Members of the Grand Valley's men's and women's rowing teams received “Pioneer" support during their winter training trip to Tampa, Florida, in January.  Pioneer class members Bob Monaghan, ’67; Don, ’67, and Diane, ’67 Paton; and Bill, ’67, and Pam Wiersma graciously welcomed the teams and provided them with a post practice luncheon. Racing shells for rowing, Grand Valley's first varsity sport, were purchased in 1963, which was the first year on campus for Pioneer class members.

Rowing team in Florida

Faculty and staff alumni

Faculty and staff members who are also Grand Valley alumni met in February for an after-work celebration. Participants gathered at Trail Point Brewing Company in Allendale to network and learn about the annual Faculty and Staff Campaign.

Two women
Four people at table, Griffins game

Grand Rapids Griffins

Alumni and friends gathered at Van Andel Arena on February 26 for a Grand Rapids Griffins hockey game and to support the WestSide Collaborative. More than 150 attendees enjoyed a pre-game gathering and also donated snacks, school supplies, and cold weather gear that was later distributed to Grand Rapids west side residents in need.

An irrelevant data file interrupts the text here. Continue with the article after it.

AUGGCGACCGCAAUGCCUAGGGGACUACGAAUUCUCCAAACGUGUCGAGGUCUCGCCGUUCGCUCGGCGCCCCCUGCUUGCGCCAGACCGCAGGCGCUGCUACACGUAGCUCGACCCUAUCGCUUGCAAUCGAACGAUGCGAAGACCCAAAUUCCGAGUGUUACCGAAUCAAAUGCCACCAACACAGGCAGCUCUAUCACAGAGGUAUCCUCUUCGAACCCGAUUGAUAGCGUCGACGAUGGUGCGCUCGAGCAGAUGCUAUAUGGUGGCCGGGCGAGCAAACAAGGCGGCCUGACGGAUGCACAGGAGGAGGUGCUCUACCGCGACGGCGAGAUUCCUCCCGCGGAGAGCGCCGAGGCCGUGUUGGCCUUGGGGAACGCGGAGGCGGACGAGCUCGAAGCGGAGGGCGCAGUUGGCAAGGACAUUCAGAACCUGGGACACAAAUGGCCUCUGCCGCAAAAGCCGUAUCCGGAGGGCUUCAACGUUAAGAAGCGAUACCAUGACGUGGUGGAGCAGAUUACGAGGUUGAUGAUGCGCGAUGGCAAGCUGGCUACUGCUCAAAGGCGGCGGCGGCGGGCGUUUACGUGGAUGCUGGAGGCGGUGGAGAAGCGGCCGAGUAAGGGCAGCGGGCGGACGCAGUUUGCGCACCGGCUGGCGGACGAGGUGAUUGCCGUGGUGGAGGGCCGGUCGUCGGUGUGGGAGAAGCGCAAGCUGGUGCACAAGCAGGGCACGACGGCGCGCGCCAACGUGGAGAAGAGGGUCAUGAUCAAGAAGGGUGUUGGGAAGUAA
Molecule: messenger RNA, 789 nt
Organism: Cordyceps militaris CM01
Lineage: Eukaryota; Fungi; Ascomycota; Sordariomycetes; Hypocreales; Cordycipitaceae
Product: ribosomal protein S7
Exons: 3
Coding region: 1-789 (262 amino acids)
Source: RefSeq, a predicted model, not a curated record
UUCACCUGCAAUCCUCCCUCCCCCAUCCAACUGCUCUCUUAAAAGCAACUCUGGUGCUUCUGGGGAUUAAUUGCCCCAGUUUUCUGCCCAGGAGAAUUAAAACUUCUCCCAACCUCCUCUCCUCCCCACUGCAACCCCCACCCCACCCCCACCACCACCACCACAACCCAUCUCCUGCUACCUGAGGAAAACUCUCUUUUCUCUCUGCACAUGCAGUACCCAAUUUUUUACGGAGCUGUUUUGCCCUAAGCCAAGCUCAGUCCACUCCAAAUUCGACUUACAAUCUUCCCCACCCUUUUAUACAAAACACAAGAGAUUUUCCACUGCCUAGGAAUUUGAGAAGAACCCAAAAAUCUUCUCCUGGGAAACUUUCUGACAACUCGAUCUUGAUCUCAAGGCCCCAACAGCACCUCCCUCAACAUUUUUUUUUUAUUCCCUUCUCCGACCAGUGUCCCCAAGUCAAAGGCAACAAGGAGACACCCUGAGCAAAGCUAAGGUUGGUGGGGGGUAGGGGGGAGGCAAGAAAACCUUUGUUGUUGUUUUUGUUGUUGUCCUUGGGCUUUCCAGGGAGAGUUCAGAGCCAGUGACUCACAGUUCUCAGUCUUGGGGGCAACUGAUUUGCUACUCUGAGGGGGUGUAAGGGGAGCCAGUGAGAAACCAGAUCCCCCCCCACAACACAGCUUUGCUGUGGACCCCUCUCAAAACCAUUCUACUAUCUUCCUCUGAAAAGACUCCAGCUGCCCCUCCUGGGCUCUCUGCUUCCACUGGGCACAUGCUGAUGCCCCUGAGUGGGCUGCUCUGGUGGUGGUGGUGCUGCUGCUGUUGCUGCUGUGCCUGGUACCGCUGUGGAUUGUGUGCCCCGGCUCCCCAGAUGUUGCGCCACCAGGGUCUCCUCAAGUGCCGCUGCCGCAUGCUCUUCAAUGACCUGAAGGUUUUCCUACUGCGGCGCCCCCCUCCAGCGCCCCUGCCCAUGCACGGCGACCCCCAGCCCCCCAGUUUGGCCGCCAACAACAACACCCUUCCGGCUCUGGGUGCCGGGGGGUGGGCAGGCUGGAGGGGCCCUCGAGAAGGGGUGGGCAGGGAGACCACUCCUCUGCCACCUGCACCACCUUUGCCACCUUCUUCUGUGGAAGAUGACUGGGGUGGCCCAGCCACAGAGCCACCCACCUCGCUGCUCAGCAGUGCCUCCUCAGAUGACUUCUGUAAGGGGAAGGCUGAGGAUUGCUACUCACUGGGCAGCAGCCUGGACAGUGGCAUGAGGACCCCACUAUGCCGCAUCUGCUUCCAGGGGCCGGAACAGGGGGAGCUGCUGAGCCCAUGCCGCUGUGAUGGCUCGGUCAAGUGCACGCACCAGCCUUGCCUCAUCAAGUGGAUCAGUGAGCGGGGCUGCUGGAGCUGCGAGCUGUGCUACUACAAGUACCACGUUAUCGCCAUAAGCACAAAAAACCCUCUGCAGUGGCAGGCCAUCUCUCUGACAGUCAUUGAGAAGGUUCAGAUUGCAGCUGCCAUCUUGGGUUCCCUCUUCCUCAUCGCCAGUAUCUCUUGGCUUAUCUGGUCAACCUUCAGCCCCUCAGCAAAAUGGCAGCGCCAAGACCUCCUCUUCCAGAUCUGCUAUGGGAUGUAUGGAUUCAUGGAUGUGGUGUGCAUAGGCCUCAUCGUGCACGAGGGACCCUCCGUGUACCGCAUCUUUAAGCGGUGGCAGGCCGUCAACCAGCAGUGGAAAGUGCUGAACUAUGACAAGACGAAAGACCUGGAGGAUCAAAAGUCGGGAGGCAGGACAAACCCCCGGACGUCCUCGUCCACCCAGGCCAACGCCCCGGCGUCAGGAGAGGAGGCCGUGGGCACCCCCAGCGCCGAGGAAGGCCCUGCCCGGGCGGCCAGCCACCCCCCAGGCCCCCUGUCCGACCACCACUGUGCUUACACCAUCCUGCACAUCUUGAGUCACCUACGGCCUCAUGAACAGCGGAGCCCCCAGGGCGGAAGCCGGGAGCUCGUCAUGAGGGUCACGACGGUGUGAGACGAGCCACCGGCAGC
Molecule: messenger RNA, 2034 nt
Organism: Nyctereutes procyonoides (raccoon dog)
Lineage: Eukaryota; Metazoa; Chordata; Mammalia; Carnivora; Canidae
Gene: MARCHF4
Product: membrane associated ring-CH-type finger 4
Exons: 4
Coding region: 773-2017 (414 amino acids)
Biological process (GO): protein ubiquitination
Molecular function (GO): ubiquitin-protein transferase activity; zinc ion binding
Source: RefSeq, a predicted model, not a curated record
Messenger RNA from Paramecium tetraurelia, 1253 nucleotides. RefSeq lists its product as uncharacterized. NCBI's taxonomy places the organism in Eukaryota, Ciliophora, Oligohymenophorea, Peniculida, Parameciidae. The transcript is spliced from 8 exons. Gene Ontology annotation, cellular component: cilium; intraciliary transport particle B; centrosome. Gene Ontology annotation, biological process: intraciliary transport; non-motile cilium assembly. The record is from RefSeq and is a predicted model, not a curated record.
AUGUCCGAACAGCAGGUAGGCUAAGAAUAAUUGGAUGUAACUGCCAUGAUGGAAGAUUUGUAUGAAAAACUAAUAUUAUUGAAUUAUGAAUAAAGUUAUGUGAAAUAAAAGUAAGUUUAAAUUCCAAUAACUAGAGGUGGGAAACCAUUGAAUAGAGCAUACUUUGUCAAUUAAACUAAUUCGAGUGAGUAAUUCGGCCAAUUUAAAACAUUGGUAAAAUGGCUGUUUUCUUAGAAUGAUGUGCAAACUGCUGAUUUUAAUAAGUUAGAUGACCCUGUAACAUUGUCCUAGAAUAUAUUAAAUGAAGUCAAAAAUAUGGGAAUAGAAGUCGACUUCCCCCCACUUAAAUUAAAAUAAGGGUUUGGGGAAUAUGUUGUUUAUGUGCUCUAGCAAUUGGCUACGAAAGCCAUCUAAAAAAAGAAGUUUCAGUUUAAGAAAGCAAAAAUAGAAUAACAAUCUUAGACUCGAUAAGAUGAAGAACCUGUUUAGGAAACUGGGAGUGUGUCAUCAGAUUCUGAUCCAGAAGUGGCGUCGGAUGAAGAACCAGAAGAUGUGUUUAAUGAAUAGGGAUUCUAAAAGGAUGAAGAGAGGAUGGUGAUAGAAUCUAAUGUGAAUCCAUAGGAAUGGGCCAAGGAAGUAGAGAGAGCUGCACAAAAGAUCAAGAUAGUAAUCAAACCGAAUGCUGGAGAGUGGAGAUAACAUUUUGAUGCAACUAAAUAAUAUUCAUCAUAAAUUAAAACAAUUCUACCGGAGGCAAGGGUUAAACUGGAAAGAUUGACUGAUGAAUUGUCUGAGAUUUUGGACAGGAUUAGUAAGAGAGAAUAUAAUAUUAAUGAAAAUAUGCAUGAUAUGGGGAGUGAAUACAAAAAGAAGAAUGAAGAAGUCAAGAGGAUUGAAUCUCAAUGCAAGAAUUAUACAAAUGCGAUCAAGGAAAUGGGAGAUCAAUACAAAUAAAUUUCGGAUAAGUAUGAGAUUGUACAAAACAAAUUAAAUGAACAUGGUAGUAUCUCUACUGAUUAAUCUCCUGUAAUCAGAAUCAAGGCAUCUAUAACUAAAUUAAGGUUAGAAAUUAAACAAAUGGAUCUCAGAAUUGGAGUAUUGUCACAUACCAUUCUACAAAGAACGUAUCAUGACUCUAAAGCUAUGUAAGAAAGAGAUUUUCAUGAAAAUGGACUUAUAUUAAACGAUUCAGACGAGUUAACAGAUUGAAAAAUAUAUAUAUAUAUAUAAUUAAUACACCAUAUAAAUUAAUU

College of Education alumni roundtable

Alumni from the College of Education returned to campus to take part in the COE Alumni Chapter's Resume and Cover Letter Workshop. The 45 students who participated were able to learn what different K-12 school administrators look for when reviewing applications.

Panel discussion

2016 All Alumni Golf Outing

There's still time to practice before the annual All Alumni Golf Outing, which is set for July 16 at the Meadows. Benefits from the outing will help fund the Pathway Scholarships.

Group standing

Chapters gives tips for after college

Representatives from the African American and Latin@ alumni chapters, plus staff members from the Office of Multicultural Affairs, hosted a “Life Beyond the Classroom” panel discussion for students on January 26. Panelists shared tips on how to prepare for and navigate the real world after graduation; 33 students attended.

Power of 10

The Power of 10 visits, which celebrate President Thomas J. Haas' 10 years of service at Grand Valley, have been held in Houston, Atlanta (pictured), Washington, D.C., Denver and Phoenix. Events will be held in Detroit and Grand Rapids in June to conclude the celebration.


Group photo

Future Alumni Association recognized

The Council for Support and Advancement of Education District V recognized the Future Alumni Association with its Outstanding Student Advancement Program Award for the group’s student philanthropy awareness effort, GVSU(YOU) Week.  FAA President Julie Jamison also received the Outstanding Student Leader Award.

Group of four women holding certificates

Pictured from left to right are FAA members Kelsey Keipert, Julie Jamison, Skylar Thompson and Molly Sawyer.

Page last modified June 23, 2017